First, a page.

The routeways of Snaresbrook

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Verderer Peter Adams MBE invites you to join him this month for a guided walk through Snaresbrook, exploring how Epping Forest routeways have changed over the past 2,000 years.

W hen we think about the layout of roads, there is a tendency to presume that it has always been thus. Indeed, we also think of all roads as being very solid structures made of asphalt or concrete to take the load of heavy motor vehicles.

In reality, most modern types of vehicle have only existed for little more than 100 years. In earlier years, horses were about the only source of motive power and vehicles had wooden wheels with an iron rim. This put considerable stress on the structure of the roads, and whatever we may think of the state of our local streets, those of previous centuries were much worse. The Highways Act 1555 had transferred responsibility for the maintenance of roads from central government, who had done very little, to the local parish, who had few resources to improve them. This process may sound familiar to anyone with experience of politics!

In the Epping Forest area, the population was small and 'traffic' from the west had to either cross the River Lea at Bow Bridge or use very basic ferries. The 'main' roads followed the valleys of the Rivers Lea and Roding, but even these were often impassable in the wet months of the year. The narrow wheels and the iron-shod horses cut up the roads there were, and even in the summer months they could often be heavily rutted and so uneven as to be barely passable.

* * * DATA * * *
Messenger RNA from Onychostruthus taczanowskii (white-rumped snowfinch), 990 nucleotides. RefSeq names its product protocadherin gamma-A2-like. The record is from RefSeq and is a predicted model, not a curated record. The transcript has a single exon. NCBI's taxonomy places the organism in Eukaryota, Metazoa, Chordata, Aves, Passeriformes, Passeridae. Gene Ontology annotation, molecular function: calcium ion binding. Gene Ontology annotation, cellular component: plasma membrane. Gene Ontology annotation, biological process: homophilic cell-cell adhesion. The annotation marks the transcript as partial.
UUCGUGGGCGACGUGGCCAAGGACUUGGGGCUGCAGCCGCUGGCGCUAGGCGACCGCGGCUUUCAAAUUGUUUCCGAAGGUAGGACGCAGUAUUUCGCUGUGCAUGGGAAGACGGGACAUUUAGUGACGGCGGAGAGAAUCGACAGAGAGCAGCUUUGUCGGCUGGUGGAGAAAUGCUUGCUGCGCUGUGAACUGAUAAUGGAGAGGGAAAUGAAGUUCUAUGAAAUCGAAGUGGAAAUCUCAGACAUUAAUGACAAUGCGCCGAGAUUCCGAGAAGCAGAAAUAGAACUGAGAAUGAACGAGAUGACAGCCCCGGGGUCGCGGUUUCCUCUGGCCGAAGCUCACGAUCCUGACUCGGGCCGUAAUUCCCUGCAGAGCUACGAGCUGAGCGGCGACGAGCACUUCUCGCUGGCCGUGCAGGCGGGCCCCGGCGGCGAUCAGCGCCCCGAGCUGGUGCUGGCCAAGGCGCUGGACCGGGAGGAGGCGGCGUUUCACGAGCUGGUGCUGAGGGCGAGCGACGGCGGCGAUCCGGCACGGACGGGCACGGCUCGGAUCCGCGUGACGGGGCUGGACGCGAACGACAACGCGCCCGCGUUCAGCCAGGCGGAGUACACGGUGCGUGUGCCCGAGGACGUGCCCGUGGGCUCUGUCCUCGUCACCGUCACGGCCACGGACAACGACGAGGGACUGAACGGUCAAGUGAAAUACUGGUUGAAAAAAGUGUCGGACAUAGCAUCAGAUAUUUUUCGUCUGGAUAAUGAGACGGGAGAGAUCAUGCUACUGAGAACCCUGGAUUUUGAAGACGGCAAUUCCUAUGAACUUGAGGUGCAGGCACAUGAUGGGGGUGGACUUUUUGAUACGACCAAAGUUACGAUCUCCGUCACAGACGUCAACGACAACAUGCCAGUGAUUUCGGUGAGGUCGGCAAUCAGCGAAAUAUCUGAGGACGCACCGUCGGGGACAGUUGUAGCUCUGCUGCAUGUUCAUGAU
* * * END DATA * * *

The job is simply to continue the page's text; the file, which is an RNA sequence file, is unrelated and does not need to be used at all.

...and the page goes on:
What were shown on maps, even as recently as the late 19th century, were often merely tracks that were used by just pedestrians or horses, whether ridden or as pack animals. Those who can remember Epping Forest before the Conservators made the metalled horse rides in the 1980s will appreciate how even horses and walkers can cut up the ground in a way comparable to wheeled vehicles. In the southern areas of Epping Forest, such as around Leyton Flats and Gilbert's Slade, the soils are generally more gravelly. This means they are more free draining but nonetheless cut up with heavy use.

The introduction of turnpike trusts and the developments in construction of better-quality roads by the likes of John Macadam did begin to signal a better way forward. However, these did not occur in our area until the 1830s and even then only on what we now consider to be major roads.

Do join my Sunday morning walk if you would like to explore the historic tracks and their relationship with the modern road system in and around the Snaresbrook area.

Peter will be leading a free guided walk through Snaresbrook on 12 November. Meet at the Snaresbrook Road car park at 10.30am. For more information, visit

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